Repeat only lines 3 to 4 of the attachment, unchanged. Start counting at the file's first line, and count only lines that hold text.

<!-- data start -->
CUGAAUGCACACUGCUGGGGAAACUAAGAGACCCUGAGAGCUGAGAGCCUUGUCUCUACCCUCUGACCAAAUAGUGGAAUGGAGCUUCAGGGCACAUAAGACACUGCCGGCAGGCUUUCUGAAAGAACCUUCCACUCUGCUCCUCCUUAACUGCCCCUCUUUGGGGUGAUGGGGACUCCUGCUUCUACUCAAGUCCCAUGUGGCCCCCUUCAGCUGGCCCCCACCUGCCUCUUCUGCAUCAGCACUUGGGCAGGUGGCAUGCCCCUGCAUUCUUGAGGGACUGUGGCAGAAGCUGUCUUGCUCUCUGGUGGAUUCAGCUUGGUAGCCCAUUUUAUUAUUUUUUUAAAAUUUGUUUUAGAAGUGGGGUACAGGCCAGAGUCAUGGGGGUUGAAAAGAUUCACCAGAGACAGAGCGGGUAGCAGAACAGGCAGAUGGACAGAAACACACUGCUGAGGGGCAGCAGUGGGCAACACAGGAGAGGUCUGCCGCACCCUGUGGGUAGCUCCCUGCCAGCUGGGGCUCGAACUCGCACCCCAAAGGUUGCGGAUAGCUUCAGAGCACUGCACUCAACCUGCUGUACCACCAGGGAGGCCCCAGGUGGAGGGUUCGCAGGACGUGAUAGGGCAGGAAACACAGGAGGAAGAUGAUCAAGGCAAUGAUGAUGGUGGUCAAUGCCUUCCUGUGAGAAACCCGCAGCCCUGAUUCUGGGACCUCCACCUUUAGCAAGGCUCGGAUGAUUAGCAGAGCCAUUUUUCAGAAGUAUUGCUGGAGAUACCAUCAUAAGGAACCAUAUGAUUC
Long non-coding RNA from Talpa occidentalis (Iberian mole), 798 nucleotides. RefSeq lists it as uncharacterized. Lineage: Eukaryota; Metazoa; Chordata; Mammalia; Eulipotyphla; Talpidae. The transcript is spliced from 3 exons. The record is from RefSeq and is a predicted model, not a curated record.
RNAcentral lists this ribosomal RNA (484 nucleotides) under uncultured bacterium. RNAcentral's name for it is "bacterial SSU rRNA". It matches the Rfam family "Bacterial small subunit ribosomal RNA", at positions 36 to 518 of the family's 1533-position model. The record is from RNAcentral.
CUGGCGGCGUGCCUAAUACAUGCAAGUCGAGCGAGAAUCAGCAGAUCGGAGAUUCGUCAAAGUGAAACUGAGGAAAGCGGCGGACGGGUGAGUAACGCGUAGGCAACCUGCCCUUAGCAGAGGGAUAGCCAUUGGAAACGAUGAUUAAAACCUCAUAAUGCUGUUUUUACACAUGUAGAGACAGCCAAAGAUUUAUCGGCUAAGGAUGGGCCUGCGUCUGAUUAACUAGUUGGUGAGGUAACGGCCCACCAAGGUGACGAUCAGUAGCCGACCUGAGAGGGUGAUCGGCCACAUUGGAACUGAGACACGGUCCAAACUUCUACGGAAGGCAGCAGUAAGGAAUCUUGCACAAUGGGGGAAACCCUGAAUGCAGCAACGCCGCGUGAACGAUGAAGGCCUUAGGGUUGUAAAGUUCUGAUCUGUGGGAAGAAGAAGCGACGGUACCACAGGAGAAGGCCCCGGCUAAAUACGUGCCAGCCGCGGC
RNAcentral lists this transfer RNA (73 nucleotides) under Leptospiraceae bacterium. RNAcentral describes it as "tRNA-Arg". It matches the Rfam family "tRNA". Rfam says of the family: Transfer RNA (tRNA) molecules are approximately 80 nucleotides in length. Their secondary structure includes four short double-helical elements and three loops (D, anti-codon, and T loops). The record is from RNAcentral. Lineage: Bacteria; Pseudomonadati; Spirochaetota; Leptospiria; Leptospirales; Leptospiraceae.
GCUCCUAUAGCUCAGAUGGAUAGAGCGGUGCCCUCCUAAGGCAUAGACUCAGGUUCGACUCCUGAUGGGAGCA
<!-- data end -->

RNAcentral lists this ribosomal RNA (484 nucleotides) under uncultured bacterium. RNAcentral's name for it is "bacterial SSU rRNA". It matches the Rfam family "Bacterial small subunit ribosomal RNA", at positions 36 to 518 of the family's 1533-position model. The record is from RNAcentral.
CUGGCGGCGUGCCUAAUACAUGCAAGUCGAGCGAGAAUCAGCAGAUCGGAGAUUCGUCAAAGUGAAACUGAGGAAAGCGGCGGACGGGUGAGUAACGCGUAGGCAACCUGCCCUUAGCAGAGGGAUAGCCAUUGGAAACGAUGAUUAAAACCUCAUAAUGCUGUUUUUACACAUGUAGAGACAGCCAAAGAUUUAUCGGCUAAGGAUGGGCCUGCGUCUGAUUAACUAGUUGGUGAGGUAACGGCCCACCAAGGUGACGAUCAGUAGCCGACCUGAGAGGGUGAUCGGCCACAUUGGAACUGAGACACGGUCCAAACUUCUACGGAAGGCAGCAGUAAGGAAUCUUGCACAAUGGGGGAAACCCUGAAUGCAGCAACGCCGCGUGAACGAUGAAGGCCUUAGGGUUGUAAAGUUCUGAUCUGUGGGAAGAAGAAGCGACGGUACCACAGGAGAAGGCCCCGGCUAAAUACGUGCCAGCCGCGGC